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The SIR Model for Spread of Disease - The Contact Number

David Smith and Lang Moore

In Part 5 we took it for granted that the parameters  b  and  k  could be estimated somehow, and therefore it would be possible to generate numerical solutions of the differential equations. In fact, as we have seen, the fraction  k  of infecteds recovering in a given day can be estimated from observation of infected individuals. Specifically,  k  is roughly the reciprocal of the number of days an individual is sick enough to infect others. For many contagious diseases, the infectious time is approximately the same for most infecteds and is known by observation.

There is no direct way to observe  b,  but there is an indirect way. Consider the ratio of  b  to  k:

b/k =

b x 1/k


the number of close contacts per day per infected
  x the number of days infected


the number of close contacts per infected individual.

We call this ratio the contact number, and we write  c = b/k.  The contact number  c  is a combined characteristic of the population and of the disease. In similar populations, it measures the relative contagiousness of the disease, because it tells us indirectly how many of the contacts are close enough to actually spread the disease. We now use calculus to show that  c  can be estimated after the epidemic has run its course. Then  b  can be calculated as  c k.

Here again are our differential equations for  s  and  i:

Equations for s and i

We observe about these two equations that the most complicated term in both would cancel and leave something simpler if we were to divide the second equation by the first -- provided we can figure out what it means to divide the derivatives on the left.

  1. Use the Chain Rule to explain why


The differential equation in step 1 determines (except for dependence on an initial condition) the infected fraction  i  as a function of the susceptible fraction  s.  We will use solutions of this differential equation for two special initial conditions to describe a method for determining the contact number.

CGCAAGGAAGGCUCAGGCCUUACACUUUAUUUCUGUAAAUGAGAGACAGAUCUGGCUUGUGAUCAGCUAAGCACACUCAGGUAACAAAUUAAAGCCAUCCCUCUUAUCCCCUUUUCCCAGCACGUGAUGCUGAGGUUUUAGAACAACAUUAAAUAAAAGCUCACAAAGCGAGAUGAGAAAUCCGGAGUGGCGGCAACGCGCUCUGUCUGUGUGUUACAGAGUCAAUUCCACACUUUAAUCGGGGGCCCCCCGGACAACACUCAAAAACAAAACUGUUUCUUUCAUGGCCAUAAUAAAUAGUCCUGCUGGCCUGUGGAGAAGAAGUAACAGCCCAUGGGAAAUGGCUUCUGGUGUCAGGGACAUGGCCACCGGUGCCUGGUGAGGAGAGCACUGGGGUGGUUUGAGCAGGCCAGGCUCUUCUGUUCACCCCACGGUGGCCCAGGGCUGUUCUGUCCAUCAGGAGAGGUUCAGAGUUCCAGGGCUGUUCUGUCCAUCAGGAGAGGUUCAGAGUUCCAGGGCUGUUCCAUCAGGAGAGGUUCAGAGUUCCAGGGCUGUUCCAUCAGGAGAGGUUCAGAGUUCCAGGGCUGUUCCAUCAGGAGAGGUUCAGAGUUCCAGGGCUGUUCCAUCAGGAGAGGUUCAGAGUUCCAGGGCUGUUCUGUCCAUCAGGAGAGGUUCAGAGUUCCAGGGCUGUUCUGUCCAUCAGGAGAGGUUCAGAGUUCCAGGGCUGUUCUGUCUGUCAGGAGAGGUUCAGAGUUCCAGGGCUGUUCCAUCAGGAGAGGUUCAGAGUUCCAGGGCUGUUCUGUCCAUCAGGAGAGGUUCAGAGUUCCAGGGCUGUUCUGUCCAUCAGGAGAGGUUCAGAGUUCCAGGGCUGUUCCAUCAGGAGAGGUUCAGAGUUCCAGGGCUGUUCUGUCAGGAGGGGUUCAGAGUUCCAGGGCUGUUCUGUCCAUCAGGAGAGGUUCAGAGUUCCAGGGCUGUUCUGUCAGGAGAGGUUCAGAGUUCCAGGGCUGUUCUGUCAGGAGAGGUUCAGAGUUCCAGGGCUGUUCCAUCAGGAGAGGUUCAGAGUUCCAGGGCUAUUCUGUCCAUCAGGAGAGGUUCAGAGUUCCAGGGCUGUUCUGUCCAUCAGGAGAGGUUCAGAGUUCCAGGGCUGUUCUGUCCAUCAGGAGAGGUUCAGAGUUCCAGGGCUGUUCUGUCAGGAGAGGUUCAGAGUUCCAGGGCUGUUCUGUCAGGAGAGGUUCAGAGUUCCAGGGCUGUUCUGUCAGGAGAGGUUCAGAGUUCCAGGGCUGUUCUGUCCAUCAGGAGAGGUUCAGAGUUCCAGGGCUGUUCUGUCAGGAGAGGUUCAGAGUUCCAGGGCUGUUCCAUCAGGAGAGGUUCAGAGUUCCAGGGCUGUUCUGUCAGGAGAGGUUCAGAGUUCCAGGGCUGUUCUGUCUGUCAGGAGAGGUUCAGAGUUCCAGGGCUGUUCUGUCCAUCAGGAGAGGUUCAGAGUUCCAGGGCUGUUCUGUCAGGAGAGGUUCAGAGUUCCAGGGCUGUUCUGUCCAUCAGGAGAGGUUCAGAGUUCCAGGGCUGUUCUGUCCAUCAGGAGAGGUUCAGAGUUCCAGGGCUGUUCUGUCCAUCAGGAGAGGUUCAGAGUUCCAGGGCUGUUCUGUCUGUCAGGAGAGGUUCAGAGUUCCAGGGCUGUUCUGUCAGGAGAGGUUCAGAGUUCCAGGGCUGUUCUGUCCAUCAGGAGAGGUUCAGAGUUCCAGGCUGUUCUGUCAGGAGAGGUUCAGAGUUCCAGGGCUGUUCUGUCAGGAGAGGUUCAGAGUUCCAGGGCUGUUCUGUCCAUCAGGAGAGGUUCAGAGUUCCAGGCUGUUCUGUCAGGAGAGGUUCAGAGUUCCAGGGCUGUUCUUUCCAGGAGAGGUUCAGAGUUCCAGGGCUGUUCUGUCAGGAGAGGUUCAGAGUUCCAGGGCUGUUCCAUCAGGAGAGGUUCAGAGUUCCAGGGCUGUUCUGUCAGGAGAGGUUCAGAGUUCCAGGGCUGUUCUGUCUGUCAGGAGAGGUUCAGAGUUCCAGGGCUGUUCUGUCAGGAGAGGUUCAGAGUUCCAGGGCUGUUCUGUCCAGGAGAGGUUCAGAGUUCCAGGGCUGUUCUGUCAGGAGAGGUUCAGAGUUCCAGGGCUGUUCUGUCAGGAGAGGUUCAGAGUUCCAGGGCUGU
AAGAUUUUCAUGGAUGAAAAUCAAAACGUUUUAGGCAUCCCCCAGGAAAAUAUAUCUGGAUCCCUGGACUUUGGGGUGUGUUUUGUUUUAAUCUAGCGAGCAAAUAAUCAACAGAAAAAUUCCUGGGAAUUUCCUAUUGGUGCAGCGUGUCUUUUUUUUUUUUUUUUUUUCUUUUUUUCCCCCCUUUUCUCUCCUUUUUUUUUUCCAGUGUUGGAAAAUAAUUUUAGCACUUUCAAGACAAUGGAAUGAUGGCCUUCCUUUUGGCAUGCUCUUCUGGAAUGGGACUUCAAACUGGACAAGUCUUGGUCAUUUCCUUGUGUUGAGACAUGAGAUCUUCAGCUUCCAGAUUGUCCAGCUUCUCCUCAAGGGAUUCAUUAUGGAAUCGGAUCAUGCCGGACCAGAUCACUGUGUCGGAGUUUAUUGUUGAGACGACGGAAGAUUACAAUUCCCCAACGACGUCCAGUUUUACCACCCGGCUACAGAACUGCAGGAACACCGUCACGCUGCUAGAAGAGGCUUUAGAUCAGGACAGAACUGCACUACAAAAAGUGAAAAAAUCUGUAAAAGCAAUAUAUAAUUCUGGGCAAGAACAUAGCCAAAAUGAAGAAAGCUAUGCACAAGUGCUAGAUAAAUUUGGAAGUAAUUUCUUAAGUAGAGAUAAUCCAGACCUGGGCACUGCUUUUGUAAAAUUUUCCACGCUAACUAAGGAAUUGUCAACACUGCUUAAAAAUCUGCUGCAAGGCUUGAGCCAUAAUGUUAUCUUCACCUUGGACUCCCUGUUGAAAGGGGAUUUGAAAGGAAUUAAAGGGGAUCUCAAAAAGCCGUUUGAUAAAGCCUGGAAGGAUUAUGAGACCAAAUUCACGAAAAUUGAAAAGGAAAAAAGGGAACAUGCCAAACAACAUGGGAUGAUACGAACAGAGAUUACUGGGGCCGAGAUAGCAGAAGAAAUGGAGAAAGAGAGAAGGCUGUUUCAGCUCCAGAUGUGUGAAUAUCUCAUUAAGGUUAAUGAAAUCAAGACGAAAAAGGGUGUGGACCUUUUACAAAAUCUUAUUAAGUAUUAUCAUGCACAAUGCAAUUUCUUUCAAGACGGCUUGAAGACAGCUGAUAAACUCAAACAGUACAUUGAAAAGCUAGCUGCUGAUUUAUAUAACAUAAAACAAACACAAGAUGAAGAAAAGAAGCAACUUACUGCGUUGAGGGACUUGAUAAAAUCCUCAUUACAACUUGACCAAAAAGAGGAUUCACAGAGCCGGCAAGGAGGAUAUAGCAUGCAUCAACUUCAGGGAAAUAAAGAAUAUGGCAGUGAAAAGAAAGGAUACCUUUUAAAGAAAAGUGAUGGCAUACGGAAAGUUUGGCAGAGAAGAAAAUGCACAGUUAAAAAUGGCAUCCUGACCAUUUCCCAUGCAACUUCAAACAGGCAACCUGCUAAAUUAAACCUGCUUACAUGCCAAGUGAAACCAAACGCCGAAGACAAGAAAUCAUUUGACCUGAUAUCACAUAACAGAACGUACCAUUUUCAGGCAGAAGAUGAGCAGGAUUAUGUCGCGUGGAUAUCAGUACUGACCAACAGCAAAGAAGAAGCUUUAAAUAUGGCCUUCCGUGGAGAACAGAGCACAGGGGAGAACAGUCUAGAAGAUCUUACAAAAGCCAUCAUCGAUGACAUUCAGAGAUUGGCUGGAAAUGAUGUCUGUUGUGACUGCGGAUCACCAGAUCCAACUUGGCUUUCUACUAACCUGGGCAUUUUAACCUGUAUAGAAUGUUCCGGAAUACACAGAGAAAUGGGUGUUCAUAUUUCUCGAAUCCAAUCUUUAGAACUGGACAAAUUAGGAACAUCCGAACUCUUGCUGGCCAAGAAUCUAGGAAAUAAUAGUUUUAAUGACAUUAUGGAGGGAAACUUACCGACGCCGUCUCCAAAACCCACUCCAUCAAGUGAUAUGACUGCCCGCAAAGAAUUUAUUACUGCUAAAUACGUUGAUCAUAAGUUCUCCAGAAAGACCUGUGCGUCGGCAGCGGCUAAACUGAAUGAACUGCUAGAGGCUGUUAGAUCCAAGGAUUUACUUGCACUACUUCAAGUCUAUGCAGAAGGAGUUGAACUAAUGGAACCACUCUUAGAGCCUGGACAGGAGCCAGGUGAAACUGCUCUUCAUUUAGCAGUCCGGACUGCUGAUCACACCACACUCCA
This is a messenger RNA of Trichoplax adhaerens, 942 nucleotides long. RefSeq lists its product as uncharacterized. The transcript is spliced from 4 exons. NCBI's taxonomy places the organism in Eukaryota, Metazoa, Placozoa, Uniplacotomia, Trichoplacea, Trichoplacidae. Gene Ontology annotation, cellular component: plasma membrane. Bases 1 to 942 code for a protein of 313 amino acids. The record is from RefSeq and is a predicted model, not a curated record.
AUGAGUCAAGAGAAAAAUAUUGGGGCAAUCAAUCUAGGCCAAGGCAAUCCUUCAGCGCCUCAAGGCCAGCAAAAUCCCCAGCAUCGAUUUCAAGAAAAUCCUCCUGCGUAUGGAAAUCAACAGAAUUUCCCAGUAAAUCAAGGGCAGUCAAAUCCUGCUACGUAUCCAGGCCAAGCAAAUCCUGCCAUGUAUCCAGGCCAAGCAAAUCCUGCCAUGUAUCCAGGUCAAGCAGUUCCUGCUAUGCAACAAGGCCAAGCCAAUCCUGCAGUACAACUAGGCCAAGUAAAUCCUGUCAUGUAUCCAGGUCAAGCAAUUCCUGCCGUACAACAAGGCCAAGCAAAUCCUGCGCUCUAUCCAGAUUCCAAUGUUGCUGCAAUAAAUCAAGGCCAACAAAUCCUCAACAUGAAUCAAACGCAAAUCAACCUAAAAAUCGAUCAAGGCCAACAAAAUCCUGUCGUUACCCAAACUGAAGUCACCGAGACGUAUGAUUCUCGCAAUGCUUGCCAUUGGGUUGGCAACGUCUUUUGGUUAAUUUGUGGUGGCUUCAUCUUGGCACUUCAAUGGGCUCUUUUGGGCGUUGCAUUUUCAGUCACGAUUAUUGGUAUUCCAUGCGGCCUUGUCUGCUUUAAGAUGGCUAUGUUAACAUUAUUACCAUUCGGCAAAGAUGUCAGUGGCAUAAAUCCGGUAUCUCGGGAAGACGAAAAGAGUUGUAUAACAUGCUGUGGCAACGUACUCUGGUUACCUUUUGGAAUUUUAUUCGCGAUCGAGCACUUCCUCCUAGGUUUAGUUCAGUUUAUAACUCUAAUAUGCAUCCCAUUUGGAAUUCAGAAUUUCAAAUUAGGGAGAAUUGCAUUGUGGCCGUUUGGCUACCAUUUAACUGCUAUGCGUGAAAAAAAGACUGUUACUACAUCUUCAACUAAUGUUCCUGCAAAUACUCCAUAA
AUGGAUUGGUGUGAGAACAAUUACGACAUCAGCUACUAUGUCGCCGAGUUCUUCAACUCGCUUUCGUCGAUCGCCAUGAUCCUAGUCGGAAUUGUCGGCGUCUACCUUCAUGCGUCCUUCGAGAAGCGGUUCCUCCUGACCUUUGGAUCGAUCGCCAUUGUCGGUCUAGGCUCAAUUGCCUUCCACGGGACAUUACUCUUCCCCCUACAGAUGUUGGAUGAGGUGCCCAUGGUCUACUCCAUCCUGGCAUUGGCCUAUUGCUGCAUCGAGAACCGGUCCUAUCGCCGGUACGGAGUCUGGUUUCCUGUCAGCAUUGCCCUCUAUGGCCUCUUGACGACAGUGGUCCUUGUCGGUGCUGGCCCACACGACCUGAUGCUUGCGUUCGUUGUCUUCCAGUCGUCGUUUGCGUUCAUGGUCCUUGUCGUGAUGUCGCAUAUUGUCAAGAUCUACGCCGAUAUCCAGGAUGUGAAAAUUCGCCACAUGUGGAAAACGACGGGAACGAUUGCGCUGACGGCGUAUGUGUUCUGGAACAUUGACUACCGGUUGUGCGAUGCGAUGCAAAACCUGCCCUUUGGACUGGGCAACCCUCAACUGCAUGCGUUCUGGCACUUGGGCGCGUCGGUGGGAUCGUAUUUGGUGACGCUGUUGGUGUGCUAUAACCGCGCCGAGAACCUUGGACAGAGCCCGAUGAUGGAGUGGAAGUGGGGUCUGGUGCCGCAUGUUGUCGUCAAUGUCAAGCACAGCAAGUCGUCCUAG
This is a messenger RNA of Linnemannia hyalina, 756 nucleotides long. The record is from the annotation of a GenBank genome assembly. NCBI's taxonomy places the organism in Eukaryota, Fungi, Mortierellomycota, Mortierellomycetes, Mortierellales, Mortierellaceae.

Three features of this new differential equation are particularly worth noting:

  • The only parameter that appears is  c,  the one we are trying to determine.

  • The equation is independent of time. That is, whatever we learn about the relationship between  i  and  s  must be true for the entire duration of the epidemic.

  • The right-hand side is an explicit function of  s,  which is now the independent variable.
  1. Show that  i(s)  must have the form


    where q is a constant.

  2. Explain why the quantity

    constant quantity

    must be independent of time.

There are two times when we know (or can estimate) the values of    and    -- at  t = 0  and  t = infinity.  For a disease such as the Hong Kong flu,  i(0)  is approximately  0  and  s(0)  is approximately  1.  A long time after the onset of the epidemic, we have  i(infinity)  approximately    again, and  s(infinity)  has settled to its steady state value. If there has been good reporting of the numbers who have contracted the disease, then the steady state is observable as the fraction of the population that did not get the disease.

  1. For such an epidemic, explain why

    Formula for c

    [Hint: Use the fact that the quantity in step 3 is the same at  t = 0  and at  t = infinity.]

  2. Use one of your numerical solutions in Part 5 to estimate the value of  s(infinity).  Use this value to calculate the contact number  c  for the Hong Kong flu. Compare your calculated value with the one you get by direct calculation from the definition,  c = b/k.

David Smith and Lang Moore, "The SIR Model for Spread of Disease - The Contact Number," Convergence (December 2004)